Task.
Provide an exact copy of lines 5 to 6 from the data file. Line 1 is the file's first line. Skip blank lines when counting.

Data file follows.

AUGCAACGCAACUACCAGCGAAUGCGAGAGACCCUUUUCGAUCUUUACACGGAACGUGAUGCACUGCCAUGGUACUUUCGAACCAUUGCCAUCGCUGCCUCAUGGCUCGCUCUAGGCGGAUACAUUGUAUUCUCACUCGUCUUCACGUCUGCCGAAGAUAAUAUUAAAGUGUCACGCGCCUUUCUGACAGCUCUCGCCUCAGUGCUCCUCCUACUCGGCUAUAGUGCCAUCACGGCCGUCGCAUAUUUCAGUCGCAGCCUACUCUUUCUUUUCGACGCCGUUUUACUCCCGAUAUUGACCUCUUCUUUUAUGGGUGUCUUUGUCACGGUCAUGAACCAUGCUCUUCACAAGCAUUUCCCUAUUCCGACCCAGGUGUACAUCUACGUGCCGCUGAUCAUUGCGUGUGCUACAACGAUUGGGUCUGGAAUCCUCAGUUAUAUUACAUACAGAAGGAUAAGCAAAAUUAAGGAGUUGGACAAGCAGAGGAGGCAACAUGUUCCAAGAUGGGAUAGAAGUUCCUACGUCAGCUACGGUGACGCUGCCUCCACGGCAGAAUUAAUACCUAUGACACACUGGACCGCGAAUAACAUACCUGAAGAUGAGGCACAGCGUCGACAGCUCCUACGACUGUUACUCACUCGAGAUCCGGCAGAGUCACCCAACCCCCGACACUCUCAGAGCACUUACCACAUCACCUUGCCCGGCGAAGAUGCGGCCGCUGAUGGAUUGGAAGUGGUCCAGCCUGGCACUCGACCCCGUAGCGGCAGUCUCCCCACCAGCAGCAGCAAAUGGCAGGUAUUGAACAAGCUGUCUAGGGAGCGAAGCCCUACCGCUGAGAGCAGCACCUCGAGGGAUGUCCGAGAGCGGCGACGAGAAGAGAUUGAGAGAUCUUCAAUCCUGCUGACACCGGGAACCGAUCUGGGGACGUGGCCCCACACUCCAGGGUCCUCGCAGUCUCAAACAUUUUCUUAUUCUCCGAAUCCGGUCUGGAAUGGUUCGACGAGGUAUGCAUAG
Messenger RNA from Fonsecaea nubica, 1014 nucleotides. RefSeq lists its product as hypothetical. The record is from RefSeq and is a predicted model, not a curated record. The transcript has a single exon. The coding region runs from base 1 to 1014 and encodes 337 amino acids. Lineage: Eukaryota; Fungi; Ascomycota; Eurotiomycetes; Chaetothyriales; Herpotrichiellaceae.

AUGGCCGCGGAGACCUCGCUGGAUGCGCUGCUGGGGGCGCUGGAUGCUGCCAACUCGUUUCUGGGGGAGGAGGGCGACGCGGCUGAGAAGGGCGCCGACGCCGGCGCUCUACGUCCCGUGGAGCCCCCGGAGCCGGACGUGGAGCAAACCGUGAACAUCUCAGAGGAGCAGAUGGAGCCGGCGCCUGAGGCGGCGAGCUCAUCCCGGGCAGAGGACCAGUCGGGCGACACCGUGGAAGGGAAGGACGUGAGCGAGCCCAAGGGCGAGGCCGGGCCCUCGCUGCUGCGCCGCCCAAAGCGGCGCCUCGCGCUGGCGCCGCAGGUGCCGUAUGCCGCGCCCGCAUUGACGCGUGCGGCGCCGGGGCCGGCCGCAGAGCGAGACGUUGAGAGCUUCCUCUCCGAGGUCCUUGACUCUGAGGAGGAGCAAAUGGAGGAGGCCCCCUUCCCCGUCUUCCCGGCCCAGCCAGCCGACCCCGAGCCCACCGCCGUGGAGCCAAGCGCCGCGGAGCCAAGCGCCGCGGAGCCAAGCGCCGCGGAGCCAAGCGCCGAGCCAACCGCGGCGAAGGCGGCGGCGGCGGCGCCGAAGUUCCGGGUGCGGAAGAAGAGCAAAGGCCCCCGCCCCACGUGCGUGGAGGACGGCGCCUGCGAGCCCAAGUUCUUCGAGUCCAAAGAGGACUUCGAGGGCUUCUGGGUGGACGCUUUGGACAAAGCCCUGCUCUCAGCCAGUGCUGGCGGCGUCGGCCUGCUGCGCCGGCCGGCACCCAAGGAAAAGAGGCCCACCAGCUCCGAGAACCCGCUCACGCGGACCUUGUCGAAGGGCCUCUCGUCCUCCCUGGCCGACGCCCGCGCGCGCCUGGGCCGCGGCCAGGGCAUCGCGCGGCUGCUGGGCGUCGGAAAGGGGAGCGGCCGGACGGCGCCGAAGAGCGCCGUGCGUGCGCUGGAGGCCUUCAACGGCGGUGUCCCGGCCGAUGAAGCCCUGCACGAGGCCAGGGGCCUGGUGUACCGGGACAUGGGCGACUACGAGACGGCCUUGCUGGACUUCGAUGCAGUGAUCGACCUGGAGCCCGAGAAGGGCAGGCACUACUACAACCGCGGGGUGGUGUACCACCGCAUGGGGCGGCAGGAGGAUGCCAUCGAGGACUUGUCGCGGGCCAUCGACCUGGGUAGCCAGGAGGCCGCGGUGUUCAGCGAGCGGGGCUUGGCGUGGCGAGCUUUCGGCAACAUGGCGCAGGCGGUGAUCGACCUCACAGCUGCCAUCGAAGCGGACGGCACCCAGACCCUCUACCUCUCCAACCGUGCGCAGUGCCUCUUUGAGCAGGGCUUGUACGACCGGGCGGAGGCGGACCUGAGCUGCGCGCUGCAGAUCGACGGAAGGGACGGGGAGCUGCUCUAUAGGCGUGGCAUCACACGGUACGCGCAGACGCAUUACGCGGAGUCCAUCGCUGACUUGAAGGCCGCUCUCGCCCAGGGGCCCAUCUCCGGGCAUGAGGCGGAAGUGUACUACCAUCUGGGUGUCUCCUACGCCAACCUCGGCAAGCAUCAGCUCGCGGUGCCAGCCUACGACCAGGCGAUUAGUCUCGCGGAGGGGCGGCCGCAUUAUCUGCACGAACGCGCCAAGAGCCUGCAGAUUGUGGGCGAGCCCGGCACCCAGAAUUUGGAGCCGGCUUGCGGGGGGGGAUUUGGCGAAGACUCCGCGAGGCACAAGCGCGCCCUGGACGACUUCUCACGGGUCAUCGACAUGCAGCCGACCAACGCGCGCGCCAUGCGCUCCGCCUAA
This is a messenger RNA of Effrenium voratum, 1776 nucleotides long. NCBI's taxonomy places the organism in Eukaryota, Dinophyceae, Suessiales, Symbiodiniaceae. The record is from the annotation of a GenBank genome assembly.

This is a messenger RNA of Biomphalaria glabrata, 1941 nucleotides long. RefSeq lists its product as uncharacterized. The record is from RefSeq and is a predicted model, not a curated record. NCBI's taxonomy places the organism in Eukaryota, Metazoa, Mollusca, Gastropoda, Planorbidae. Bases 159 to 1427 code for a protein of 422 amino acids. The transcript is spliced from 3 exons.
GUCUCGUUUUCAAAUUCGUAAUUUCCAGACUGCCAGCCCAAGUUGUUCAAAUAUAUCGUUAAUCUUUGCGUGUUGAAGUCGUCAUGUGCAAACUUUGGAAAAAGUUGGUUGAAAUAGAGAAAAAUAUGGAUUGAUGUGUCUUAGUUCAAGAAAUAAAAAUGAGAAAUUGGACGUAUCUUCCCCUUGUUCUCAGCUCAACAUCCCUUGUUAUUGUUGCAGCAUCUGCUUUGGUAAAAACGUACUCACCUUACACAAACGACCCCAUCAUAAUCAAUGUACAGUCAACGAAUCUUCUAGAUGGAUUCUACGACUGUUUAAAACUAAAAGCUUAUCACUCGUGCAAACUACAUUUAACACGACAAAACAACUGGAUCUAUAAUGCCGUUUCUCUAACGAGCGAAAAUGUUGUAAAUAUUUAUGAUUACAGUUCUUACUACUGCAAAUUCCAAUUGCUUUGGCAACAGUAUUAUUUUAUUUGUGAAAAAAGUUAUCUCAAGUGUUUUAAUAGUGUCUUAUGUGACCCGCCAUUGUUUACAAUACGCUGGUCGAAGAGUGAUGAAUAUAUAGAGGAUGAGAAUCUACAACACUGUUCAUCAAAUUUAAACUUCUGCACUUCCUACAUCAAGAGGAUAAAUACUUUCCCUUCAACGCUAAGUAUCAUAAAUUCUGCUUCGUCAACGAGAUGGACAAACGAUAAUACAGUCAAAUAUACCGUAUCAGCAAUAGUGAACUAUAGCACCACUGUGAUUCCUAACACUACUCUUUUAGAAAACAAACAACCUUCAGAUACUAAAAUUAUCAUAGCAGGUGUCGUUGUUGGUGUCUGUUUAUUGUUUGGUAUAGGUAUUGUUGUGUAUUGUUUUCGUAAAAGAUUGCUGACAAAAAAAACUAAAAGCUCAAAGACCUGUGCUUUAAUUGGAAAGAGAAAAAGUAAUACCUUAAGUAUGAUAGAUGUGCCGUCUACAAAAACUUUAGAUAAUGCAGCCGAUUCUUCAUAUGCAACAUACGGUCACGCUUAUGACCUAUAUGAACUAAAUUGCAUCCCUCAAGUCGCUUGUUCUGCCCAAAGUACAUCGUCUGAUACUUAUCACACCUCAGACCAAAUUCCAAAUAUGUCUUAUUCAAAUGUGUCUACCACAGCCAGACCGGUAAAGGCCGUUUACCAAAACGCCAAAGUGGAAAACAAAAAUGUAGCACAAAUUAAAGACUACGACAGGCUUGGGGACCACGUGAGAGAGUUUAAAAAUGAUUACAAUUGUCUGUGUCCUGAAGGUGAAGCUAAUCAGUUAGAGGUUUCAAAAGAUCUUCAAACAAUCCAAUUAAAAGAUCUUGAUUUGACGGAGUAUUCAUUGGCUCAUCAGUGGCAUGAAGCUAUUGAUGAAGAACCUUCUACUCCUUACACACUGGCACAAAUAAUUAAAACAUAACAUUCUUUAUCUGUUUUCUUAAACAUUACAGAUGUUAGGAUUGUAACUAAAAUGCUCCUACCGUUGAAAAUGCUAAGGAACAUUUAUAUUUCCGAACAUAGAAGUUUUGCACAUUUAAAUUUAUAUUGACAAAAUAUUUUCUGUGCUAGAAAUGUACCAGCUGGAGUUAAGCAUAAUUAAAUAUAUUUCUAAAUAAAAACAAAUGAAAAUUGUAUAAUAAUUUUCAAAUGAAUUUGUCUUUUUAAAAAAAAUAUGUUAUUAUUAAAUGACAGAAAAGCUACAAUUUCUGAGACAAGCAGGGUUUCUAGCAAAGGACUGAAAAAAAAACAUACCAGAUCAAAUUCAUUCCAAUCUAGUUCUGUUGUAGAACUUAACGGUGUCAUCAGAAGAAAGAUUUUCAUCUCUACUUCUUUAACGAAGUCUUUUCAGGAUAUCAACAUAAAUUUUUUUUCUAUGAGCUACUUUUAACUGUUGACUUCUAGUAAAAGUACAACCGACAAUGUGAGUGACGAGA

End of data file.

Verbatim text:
This is a messenger RNA of Biomphalaria glabrata, 1941 nucleotides long. RefSeq lists its product as uncharacterized. The record is from RefSeq and is a predicted model, not a curated record. NCBI's taxonomy places the organism in Eukaryota, Metazoa, Mollusca, Gastropoda, Planorbidae. Bases 159 to 1427 code for a protein of 422 amino acids. The transcript is spliced from 3 exons.
GUCUCGUUUUCAAAUUCGUAAUUUCCAGACUGCCAGCCCAAGUUGUUCAAAUAUAUCGUUAAUCUUUGCGUGUUGAAGUCGUCAUGUGCAAACUUUGGAAAAAGUUGGUUGAAAUAGAGAAAAAUAUGGAUUGAUGUGUCUUAGUUCAAGAAAUAAAAAUGAGAAAUUGGACGUAUCUUCCCCUUGUUCUCAGCUCAACAUCCCUUGUUAUUGUUGCAGCAUCUGCUUUGGUAAAAACGUACUCACCUUACACAAACGACCCCAUCAUAAUCAAUGUACAGUCAACGAAUCUUCUAGAUGGAUUCUACGACUGUUUAAAACUAAAAGCUUAUCACUCGUGCAAACUACAUUUAACACGACAAAACAACUGGAUCUAUAAUGCCGUUUCUCUAACGAGCGAAAAUGUUGUAAAUAUUUAUGAUUACAGUUCUUACUACUGCAAAUUCCAAUUGCUUUGGCAACAGUAUUAUUUUAUUUGUGAAAAAAGUUAUCUCAAGUGUUUUAAUAGUGUCUUAUGUGACCCGCCAUUGUUUACAAUACGCUGGUCGAAGAGUGAUGAAUAUAUAGAGGAUGAGAAUCUACAACACUGUUCAUCAAAUUUAAACUUCUGCACUUCCUACAUCAAGAGGAUAAAUACUUUCCCUUCAACGCUAAGUAUCAUAAAUUCUGCUUCGUCAACGAGAUGGACAAACGAUAAUACAGUCAAAUAUACCGUAUCAGCAAUAGUGAACUAUAGCACCACUGUGAUUCCUAACACUACUCUUUUAGAAAACAAACAACCUUCAGAUACUAAAAUUAUCAUAGCAGGUGUCGUUGUUGGUGUCUGUUUAUUGUUUGGUAUAGGUAUUGUUGUGUAUUGUUUUCGUAAAAGAUUGCUGACAAAAAAAACUAAAAGCUCAAAGACCUGUGCUUUAAUUGGAAAGAGAAAAAGUAAUACCUUAAGUAUGAUAGAUGUGCCGUCUACAAAAACUUUAGAUAAUGCAGCCGAUUCUUCAUAUGCAACAUACGGUCACGCUUAUGACCUAUAUGAACUAAAUUGCAUCCCUCAAGUCGCUUGUUCUGCCCAAAGUACAUCGUCUGAUACUUAUCACACCUCAGACCAAAUUCCAAAUAUGUCUUAUUCAAAUGUGUCUACCACAGCCAGACCGGUAAAGGCCGUUUACCAAAACGCCAAAGUGGAAAACAAAAAUGUAGCACAAAUUAAAGACUACGACAGGCUUGGGGACCACGUGAGAGAGUUUAAAAAUGAUUACAAUUGUCUGUGUCCUGAAGGUGAAGCUAAUCAGUUAGAGGUUUCAAAAGAUCUUCAAACAAUCCAAUUAAAAGAUCUUGAUUUGACGGAGUAUUCAUUGGCUCAUCAGUGGCAUGAAGCUAUUGAUGAAGAACCUUCUACUCCUUACACACUGGCACAAAUAAUUAAAACAUAACAUUCUUUAUCUGUUUUCUUAAACAUUACAGAUGUUAGGAUUGUAACUAAAAUGCUCCUACCGUUGAAAAUGCUAAGGAACAUUUAUAUUUCCGAACAUAGAAGUUUUGCACAUUUAAAUUUAUAUUGACAAAAUAUUUUCUGUGCUAGAAAUGUACCAGCUGGAGUUAAGCAUAAUUAAAUAUAUUUCUAAAUAAAAACAAAUGAAAAUUGUAUAAUAAUUUUCAAAUGAAUUUGUCUUUUUAAAAAAAAUAUGUUAUUAUUAAAUGACAGAAAAGCUACAAUUUCUGAGACAAGCAGGGUUUCUAGCAAAGGACUGAAAAAAAAACAUACCAGAUCAAAUUCAUUCCAAUCUAGUUCUGUUGUAGAACUUAACGGUGUCAUCAGAAGAAAGAUUUUCAUCUCUACUUCUUUAACGAAGUCUUUUCAGGAUAUCAACAUAAAUUUUUUUUCUAUGAGCUACUUUUAACUGUUGACUUCUAGUAAAAGUACAACCGACAAUGUGAGUGACGAGA